Day 174 – Digging Further Down the Rabbit Hole


Zencast 174 – Samsara

I recently received an email from Gwen Bell with the transcribed talk she gave at BlogHer 2011. I read the talk called ‘Change Yourself | Unplug, Unfriend, Unfollow, Unwind: Is that Sacrilege? and one part jumped right off the page. A light bulb literally exploded in my head when I read this:

>> GWEN BELL: I would like to hear a few more things, before this session, Amy, she is sitting at the front and we met and she shared with me do you remember what you said about people looking at their devices.

>> AUDIENCE: I said, talking around this conference, I’m seeing, you know, people I recognize, but their heads are down in their devices and I feel like, well, they don’t want to interact right now. So it’s, you know, it’s really hard to engage with people and part of me is thinking, well, it’s okay if I don’t run into them, I will see them on Twitter, so it’s fine.

>> GWEN BELL: Wow, that’s interesting! Okay.

>> AUDIENCE: I think it makes you vulnerable, and you get going with it and you realize, I didn’t even say that to myself. Oh, Wow!

What struck me about this admission from Amy was that I experience this problem with communication everyday, and a lot of the time it’s because I am the one with my head buried in technology. For example:

My mom says ‘bye’ to me in the morning before heading to work. I look up from my computer, smile briefly and then reply having already looked back down at my computer screen. Later, I walk into the office at work and gingerly greet people on my way to my desk. All I generally see is the tops of their heads above their computer screens or their eyes glancing up quickly before looking away again. During classes, instead of looking at the whiteboard, my students stare into the pockets of their dishdashas, and then smile up at me as I approach, hand out stretched, waiting for a phone to be placed inside of it. At break time I sit with my friends/ colleagues who hold up a finger to my talking face every time their cellphones ring. While they do apologize before or after, they also ‘have to’ answer that call or reply to that text message.

And the list continues of ways in which human to human, eye to eye contact is interspersed with long periods spent staring at screens. It’s no wonder I often sit in bed at night wondering why I feel so disconnected from the people around me.

Yes, we may be ‘communicating’ through these technological devices. We may be satisfying our need to connect with others through technology when we cannot physically be in the same space as them. However, we are here, right now. There are people all around us. There are people longing to connect sitting arms length away and we do everything else we can to stop ourselves from turning round, facing each other and spending as much time as possible interacting.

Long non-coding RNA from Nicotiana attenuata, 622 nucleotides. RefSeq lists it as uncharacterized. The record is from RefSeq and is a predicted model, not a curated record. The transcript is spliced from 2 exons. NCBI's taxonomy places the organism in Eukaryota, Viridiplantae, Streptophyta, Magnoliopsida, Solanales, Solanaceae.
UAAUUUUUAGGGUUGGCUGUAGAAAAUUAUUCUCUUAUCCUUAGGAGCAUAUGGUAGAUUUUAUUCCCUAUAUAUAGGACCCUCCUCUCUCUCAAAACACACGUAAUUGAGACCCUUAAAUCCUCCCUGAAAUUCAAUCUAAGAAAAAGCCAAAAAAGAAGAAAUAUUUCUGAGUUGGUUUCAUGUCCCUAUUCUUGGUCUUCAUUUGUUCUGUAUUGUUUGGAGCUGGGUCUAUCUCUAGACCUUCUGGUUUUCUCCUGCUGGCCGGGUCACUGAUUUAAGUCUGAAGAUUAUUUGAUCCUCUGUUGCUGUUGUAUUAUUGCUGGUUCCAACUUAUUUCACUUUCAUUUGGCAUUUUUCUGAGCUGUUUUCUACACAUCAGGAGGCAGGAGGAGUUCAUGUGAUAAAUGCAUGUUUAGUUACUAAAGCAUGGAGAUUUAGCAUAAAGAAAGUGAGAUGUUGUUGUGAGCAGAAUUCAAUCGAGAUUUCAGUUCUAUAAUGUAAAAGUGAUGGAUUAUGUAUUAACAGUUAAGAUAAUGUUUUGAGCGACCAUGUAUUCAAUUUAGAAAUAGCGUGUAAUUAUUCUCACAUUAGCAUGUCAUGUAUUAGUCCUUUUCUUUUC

When we turn to technology to communicate we drag ourselves away from a NOW that could be filled with connection, discovery and understanding with the people around us that could ground us more fully in the moment and help us dispel the Samsara we most often find ourselves in.

Even right now, as I sit here typing this my cat is eye-ing the top of my bookshelf. He’s daring me to break eye contact for long enough to allow him to jump up amongst picture frames, glass candle holders and other breakables that he will then push off the shelf onto the floor to grab any attention (positive or negative) that he can get out of me. He’s fed up of me sitting at a screen while he’s sitting right in front of me, and he doesn’t have an iPhone to check and keep him busy while I sit here glued to my MacBook.

I can’t help but think that with all this ‘communication’ we’re doing now we seem to have only multiplied Samsara for ourselves. Whereas Samsara used to simply be the physical world we saw around us, it’s now that world captured upon a screen and we’re burying ourselves further into it, seeking freedom, but actually digging ourselves further into the hole that we have been struggling for eons to climb out of – the hole of Samsara.

So, what is the best way forward? Well for starters I better hit publish and pay that cat some attention because I just heard breaking glass and if that doesn’t get my attention then there’s no saving me…


2 Responses to “Day 174 – Digging Further Down the Rabbit Hole”
  1. Mara Rose says:

    Very well said. We all do it. Jonathan Fields wrote an interesting post awhile back, something to the effect that our brains are getting dopamine hits with our constant use of technology. I am forced to unplug when I am at the stable with my animals, as there is no service. That is a good thing. As for now, my German Sheperd has had enough and is demanding a walk. Good thing we have pets!

    • Definitely! Thanks for the info about that. I’ll have to check out his post. Maybe that’s another reason why they say people with pets live longer. Not only does the act of stroking the pet lower blood pressure, but they help us stay more present! Thanks for commenting :)

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